America Anonymous: Eight Addicts in Search of a Life

America Anonymous is an ambitious project by a New York Times bestselling author and tenured professor of writing and literature, Benoit Denizet-Lewis. The writer is known for his non-fiction, characters’ multidimensional personalities, and in-depth profiles that hide not a single detail from the reader. Denizet-Lewis is bold and unapologetic in his attempts to embark on tabooed topics and give voice to those who are dismissed, neglected, and stigmatized by society. America Anonymous is probably his most exceptional work encompassing real-life stories, independent research, and insights into American culture, or rather the subculture. This essay will outline the key points of the book and provide a summary of each of the eight stories.

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In his book, Denizet-Lewis does not try to justify his characters nor does he criticize them for their life choices. The writer’s end goal is not to make a judgment and assess collateral damages of these people’s addictions. Instead, he wants to make each of the individuals who trusted him with his or her struggles more human and show their lives and their environment besides their disorders.

From the reading, it is easy to realize that substance abuse might take over a person’s life and distort his or her personality beyond recognition. Yet, every character of America Anonymous still retains something unique to them which cannot help but derive if not sympathy then the interest to follow the narration.

Bobby is a 34-year-old man with a heroin addiction who lives with his younger brother Dan in one of Boston’s ghettos. Denizet-Lewis describes Bobby as a person with violent tendencies: his tantrums and mood swings are unpredictable, and even the smallest things can make him furious. For instance, he has a meltdown when he cannot start a dishwasher. The longest period of sobriety for Bobby lasted two years while he was in jail. The character does not get a happy ending: after each admission to a treatment facility, Bobby falls back into the lifestyle.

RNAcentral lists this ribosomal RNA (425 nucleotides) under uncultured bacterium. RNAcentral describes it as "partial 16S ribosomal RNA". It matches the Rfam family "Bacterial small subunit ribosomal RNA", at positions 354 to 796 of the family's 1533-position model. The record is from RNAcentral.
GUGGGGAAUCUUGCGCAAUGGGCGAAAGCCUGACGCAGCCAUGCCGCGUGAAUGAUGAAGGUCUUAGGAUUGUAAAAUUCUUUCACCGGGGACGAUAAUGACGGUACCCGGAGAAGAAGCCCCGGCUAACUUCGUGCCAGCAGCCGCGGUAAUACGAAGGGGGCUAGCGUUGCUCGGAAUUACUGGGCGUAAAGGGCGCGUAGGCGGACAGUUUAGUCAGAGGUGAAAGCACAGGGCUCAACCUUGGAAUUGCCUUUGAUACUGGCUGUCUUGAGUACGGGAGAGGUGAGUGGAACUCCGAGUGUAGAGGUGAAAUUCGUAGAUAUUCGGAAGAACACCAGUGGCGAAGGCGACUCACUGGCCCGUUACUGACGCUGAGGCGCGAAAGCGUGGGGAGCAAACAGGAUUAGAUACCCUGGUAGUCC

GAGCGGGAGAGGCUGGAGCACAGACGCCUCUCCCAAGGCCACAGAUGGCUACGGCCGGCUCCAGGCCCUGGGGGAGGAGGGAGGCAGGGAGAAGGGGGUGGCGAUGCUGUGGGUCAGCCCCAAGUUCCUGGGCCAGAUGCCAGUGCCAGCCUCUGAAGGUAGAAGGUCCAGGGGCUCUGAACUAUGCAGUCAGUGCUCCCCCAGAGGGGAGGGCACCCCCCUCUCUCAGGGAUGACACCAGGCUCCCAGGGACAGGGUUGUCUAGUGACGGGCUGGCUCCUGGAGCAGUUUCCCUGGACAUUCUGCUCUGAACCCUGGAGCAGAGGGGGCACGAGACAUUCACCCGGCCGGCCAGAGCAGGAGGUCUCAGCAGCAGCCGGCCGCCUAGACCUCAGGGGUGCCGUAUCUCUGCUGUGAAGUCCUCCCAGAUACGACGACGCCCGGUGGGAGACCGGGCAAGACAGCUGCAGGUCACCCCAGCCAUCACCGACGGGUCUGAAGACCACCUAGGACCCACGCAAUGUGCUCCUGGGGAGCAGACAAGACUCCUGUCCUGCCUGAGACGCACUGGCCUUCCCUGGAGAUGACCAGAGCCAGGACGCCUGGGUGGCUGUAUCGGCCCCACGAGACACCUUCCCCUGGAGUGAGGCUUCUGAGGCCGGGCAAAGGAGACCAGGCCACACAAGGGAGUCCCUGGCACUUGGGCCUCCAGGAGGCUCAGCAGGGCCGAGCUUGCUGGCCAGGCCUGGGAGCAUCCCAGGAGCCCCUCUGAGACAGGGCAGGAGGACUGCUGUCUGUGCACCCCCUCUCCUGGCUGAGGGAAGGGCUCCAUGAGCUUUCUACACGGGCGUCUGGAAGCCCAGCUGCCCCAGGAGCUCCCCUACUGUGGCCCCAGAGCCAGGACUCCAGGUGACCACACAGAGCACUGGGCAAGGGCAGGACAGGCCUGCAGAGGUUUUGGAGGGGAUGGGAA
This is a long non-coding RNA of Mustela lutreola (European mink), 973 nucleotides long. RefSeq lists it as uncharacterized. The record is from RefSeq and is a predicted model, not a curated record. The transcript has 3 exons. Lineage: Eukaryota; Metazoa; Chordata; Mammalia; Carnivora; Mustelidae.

Bobby’s pessimistic story is contrasted by Marvin’s fight with addiction. The reader learns that Marvin is eighty years old and suffers from alcoholism. The event that turned him into substance abuse was a heart attack that made him resign from a job he liked. For Marvin, alcohol had been the only solace for quite a long time before Marvin’s doctor and brother grew concerned and confronted him. The character was in denial; however, an alcohol-induced coma and recovery from it let him have a moment of clarity. After the incident, Marvin has been staying off alcohol for two years and has got involved in AA meetings.

Another positive story is that of Janice, a 55-year-old grandmother on crack. The woman has an overwhelmingly likable personality, her distinguishable manner of speaking, and a strong will to live. All these qualities make her a role model for her neighborhood: for example, when she gets a 24-hour pass from a treatment facility, even street drug dealers applaud her for staying clean (Denizet-Lewis, 2010). At her age, she dares to take GED and finds a full-time job after a long period of unemployment.

Then there is Todd, a 40-year old bodybuilder and male prostitute who works hard to maintain his good looks. His chase after the unattainable ideal led him to steroid and ephedra abuse. Denizet-Lewis meets Todd for a conversation while he is getting ready to meet his clients. The author captures the character’s emotional lability: Todd is constantly experiencing highs and lows as his self-esteem fluctuates between self-hatred and self-adoration. Todd’s story does not get a satisfying closure as he never follows through on his promises to himself to change his life and break free from addiction.